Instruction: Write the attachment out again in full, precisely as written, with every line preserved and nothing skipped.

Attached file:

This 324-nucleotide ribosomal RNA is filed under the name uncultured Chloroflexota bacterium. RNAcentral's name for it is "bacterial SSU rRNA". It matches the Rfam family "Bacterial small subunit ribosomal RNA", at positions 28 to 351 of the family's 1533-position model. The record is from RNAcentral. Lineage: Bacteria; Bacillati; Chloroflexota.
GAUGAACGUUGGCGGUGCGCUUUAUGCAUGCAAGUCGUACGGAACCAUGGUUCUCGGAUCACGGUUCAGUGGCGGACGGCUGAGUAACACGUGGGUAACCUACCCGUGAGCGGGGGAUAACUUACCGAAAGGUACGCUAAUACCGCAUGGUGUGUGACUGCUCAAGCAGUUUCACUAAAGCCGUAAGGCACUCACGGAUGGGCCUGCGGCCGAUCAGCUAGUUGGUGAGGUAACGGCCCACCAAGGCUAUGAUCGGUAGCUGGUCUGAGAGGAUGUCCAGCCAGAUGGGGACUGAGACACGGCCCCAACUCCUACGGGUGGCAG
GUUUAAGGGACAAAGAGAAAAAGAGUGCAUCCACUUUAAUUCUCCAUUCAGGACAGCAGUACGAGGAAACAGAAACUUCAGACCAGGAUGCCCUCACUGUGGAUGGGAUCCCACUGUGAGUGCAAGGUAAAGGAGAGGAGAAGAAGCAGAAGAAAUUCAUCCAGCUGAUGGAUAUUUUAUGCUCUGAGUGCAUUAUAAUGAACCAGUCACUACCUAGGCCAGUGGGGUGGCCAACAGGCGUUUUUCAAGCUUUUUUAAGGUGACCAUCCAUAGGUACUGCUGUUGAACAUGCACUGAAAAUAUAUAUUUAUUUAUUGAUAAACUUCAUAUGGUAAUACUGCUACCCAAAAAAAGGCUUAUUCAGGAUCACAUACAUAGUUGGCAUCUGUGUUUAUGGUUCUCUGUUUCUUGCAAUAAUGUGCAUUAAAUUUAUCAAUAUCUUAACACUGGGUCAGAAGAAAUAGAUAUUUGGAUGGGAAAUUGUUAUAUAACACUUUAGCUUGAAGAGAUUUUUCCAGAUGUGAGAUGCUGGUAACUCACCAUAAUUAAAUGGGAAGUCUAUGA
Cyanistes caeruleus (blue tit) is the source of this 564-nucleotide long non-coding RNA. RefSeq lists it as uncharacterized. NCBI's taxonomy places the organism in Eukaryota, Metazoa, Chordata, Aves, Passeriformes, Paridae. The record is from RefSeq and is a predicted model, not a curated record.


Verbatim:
This 324-nucleotide ribosomal RNA is filed under the name uncultured Chloroflexota bacterium. RNAcentral's name for it is "bacterial SSU rRNA". It matches the Rfam family "Bacterial small subunit ribosomal RNA", at positions 28 to 351 of the family's 1533-position model. The record is from RNAcentral. Lineage: Bacteria; Bacillati; Chloroflexota.
GAUGAACGUUGGCGGUGCGCUUUAUGCAUGCAAGUCGUACGGAACCAUGGUUCUCGGAUCACGGUUCAGUGGCGGACGGCUGAGUAACACGUGGGUAACCUACCCGUGAGCGGGGGAUAACUUACCGAAAGGUACGCUAAUACCGCAUGGUGUGUGACUGCUCAAGCAGUUUCACUAAAGCCGUAAGGCACUCACGGAUGGGCCUGCGGCCGAUCAGCUAGUUGGUGAGGUAACGGCCCACCAAGGCUAUGAUCGGUAGCUGGUCUGAGAGGAUGUCCAGCCAGAUGGGGACUGAGACACGGCCCCAACUCCUACGGGUGGCAG
GUUUAAGGGACAAAGAGAAAAAGAGUGCAUCCACUUUAAUUCUCCAUUCAGGACAGCAGUACGAGGAAACAGAAACUUCAGACCAGGAUGCCCUCACUGUGGAUGGGAUCCCACUGUGAGUGCAAGGUAAAGGAGAGGAGAAGAAGCAGAAGAAAUUCAUCCAGCUGAUGGAUAUUUUAUGCUCUGAGUGCAUUAUAAUGAACCAGUCACUACCUAGGCCAGUGGGGUGGCCAACAGGCGUUUUUCAAGCUUUUUUAAGGUGACCAUCCAUAGGUACUGCUGUUGAACAUGCACUGAAAAUAUAUAUUUAUUUAUUGAUAAACUUCAUAUGGUAAUACUGCUACCCAAAAAAAGGCUUAUUCAGGAUCACAUACAUAGUUGGCAUCUGUGUUUAUGGUUCUCUGUUUCUUGCAAUAAUGUGCAUUAAAUUUAUCAAUAUCUUAACACUGGGUCAGAAGAAAUAGAUAUUUGGAUGGGAAAUUGUUAUAUAACACUUUAGCUUGAAGAGAUUUUUCCAGAUGUGAGAUGCUGGUAACUCACCAUAAUUAAAUGGGAAGUCUAUGA
Cyanistes caeruleus (blue tit) is the source of this 564-nucleotide long non-coding RNA. RefSeq lists it as uncharacterized. NCBI's taxonomy places the organism in Eukaryota, Metazoa, Chordata, Aves, Passeriformes, Paridae. The record is from RefSeq and is a predicted model, not a curated record.